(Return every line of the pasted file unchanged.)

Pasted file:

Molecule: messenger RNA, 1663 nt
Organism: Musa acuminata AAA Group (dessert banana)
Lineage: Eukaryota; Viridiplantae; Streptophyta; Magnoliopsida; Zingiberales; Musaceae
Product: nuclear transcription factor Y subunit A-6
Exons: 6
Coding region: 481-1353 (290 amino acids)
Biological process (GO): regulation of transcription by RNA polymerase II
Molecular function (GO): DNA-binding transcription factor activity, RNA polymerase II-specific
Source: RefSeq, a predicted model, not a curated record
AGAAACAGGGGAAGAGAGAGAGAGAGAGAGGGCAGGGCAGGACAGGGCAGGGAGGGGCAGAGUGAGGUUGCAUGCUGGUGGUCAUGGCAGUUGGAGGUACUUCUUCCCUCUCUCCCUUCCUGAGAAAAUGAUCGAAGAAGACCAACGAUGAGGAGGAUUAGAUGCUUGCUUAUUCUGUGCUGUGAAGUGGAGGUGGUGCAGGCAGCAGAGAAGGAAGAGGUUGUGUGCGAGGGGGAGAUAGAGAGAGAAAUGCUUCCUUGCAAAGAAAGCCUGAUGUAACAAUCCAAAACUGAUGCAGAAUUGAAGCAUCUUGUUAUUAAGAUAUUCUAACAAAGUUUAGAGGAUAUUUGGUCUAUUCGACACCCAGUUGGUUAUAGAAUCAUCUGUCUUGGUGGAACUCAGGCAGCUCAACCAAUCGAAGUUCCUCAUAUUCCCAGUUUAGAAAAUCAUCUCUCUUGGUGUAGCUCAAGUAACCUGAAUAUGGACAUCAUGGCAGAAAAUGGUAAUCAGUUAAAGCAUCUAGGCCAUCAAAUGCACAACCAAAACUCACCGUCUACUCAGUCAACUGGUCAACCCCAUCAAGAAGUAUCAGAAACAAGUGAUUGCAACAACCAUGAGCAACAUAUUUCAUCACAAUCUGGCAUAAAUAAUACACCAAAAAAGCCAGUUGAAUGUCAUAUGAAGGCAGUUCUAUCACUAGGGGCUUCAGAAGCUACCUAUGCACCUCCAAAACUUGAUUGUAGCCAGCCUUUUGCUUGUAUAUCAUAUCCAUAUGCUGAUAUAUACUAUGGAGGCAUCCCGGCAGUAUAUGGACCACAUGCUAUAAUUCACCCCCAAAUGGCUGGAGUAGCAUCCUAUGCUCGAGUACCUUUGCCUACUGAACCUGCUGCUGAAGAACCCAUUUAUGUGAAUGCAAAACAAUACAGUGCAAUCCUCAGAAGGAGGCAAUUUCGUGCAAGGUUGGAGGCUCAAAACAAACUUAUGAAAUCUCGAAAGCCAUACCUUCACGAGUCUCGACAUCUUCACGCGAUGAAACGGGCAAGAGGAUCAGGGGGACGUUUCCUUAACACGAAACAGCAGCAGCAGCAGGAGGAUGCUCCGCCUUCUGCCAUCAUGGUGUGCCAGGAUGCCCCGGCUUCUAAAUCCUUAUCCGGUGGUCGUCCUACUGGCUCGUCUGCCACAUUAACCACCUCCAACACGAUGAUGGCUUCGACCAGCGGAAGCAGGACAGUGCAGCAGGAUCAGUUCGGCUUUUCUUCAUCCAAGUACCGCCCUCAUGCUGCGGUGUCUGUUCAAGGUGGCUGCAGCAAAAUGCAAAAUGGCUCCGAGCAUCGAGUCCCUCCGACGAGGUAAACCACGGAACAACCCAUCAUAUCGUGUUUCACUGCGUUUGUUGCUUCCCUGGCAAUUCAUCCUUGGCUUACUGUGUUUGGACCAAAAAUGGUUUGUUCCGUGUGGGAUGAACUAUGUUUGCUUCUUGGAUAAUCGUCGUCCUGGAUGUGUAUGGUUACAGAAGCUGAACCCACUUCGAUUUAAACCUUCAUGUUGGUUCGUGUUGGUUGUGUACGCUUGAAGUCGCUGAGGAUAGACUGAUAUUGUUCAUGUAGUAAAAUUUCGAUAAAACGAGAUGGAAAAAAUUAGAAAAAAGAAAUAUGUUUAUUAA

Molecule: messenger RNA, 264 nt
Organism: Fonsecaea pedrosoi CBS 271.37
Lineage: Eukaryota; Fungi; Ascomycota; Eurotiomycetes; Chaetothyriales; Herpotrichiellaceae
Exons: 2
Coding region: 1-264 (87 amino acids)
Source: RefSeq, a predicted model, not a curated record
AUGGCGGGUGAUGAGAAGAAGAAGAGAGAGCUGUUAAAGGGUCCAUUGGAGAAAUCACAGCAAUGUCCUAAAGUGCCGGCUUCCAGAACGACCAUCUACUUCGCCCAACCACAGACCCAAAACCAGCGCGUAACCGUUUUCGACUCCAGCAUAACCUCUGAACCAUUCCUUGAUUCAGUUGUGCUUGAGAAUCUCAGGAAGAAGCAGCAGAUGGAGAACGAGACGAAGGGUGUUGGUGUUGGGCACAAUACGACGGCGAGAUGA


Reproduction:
Molecule: messenger RNA, 1663 nt
Organism: Musa acuminata AAA Group (dessert banana)
Lineage: Eukaryota; Viridiplantae; Streptophyta; Magnoliopsida; Zingiberales; Musaceae
Product: nuclear transcription factor Y subunit A-6
Exons: 6
Coding region: 481-1353 (290 amino acids)
Biological process (GO): regulation of transcription by RNA polymerase II
Molecular function (GO): DNA-binding transcription factor activity, RNA polymerase II-specific
Source: RefSeq, a predicted model, not a curated record
AGAAACAGGGGAAGAGAGAGAGAGAGAGAGGGCAGGGCAGGACAGGGCAGGGAGGGGCAGAGUGAGGUUGCAUGCUGGUGGUCAUGGCAGUUGGAGGUACUUCUUCCCUCUCUCCCUUCCUGAGAAAAUGAUCGAAGAAGACCAACGAUGAGGAGGAUUAGAUGCUUGCUUAUUCUGUGCUGUGAAGUGGAGGUGGUGCAGGCAGCAGAGAAGGAAGAGGUUGUGUGCGAGGGGGAGAUAGAGAGAGAAAUGCUUCCUUGCAAAGAAAGCCUGAUGUAACAAUCCAAAACUGAUGCAGAAUUGAAGCAUCUUGUUAUUAAGAUAUUCUAACAAAGUUUAGAGGAUAUUUGGUCUAUUCGACACCCAGUUGGUUAUAGAAUCAUCUGUCUUGGUGGAACUCAGGCAGCUCAACCAAUCGAAGUUCCUCAUAUUCCCAGUUUAGAAAAUCAUCUCUCUUGGUGUAGCUCAAGUAACCUGAAUAUGGACAUCAUGGCAGAAAAUGGUAAUCAGUUAAAGCAUCUAGGCCAUCAAAUGCACAACCAAAACUCACCGUCUACUCAGUCAACUGGUCAACCCCAUCAAGAAGUAUCAGAAACAAGUGAUUGCAACAACCAUGAGCAACAUAUUUCAUCACAAUCUGGCAUAAAUAAUACACCAAAAAAGCCAGUUGAAUGUCAUAUGAAGGCAGUUCUAUCACUAGGGGCUUCAGAAGCUACCUAUGCACCUCCAAAACUUGAUUGUAGCCAGCCUUUUGCUUGUAUAUCAUAUCCAUAUGCUGAUAUAUACUAUGGAGGCAUCCCGGCAGUAUAUGGACCACAUGCUAUAAUUCACCCCCAAAUGGCUGGAGUAGCAUCCUAUGCUCGAGUACCUUUGCCUACUGAACCUGCUGCUGAAGAACCCAUUUAUGUGAAUGCAAAACAAUACAGUGCAAUCCUCAGAAGGAGGCAAUUUCGUGCAAGGUUGGAGGCUCAAAACAAACUUAUGAAAUCUCGAAAGCCAUACCUUCACGAGUCUCGACAUCUUCACGCGAUGAAACGGGCAAGAGGAUCAGGGGGACGUUUCCUUAACACGAAACAGCAGCAGCAGCAGGAGGAUGCUCCGCCUUCUGCCAUCAUGGUGUGCCAGGAUGCCCCGGCUUCUAAAUCCUUAUCCGGUGGUCGUCCUACUGGCUCGUCUGCCACAUUAACCACCUCCAACACGAUGAUGGCUUCGACCAGCGGAAGCAGGACAGUGCAGCAGGAUCAGUUCGGCUUUUCUUCAUCCAAGUACCGCCCUCAUGCUGCGGUGUCUGUUCAAGGUGGCUGCAGCAAAAUGCAAAAUGGCUCCGAGCAUCGAGUCCCUCCGACGAGGUAAACCACGGAACAACCCAUCAUAUCGUGUUUCACUGCGUUUGUUGCUUCCCUGGCAAUUCAUCCUUGGCUUACUGUGUUUGGACCAAAAAUGGUUUGUUCCGUGUGGGAUGAACUAUGUUUGCUUCUUGGAUAAUCGUCGUCCUGGAUGUGUAUGGUUACAGAAGCUGAACCCACUUCGAUUUAAACCUUCAUGUUGGUUCGUGUUGGUUGUGUACGCUUGAAGUCGCUGAGGAUAGACUGAUAUUGUUCAUGUAGUAAAAUUUCGAUAAAACGAGAUGGAAAAAAUUAGAAAAAAGAAAUAUGUUUAUUAA

Molecule: messenger RNA, 264 nt
Organism: Fonsecaea pedrosoi CBS 271.37
Lineage: Eukaryota; Fungi; Ascomycota; Eurotiomycetes; Chaetothyriales; Herpotrichiellaceae
Exons: 2
Coding region: 1-264 (87 amino acids)
Source: RefSeq, a predicted model, not a curated record
AUGGCGGGUGAUGAGAAGAAGAAGAGAGAGCUGUUAAAGGGUCCAUUGGAGAAAUCACAGCAAUGUCCUAAAGUGCCGGCUUCCAGAACGACCAUCUACUUCGCCCAACCACAGACCCAAAACCAGCGCGUAACCGUUUUCGACUCCAGCAUAACCUCUGAACCAUUCCUUGAUUCAGUUGUGCUUGAGAAUCUCAGGAAGAAGCAGCAGAUGGAGAACGAGACGAAGGGUGUUGGUGUUGGGCACAAUACGACGGCGAGAUGA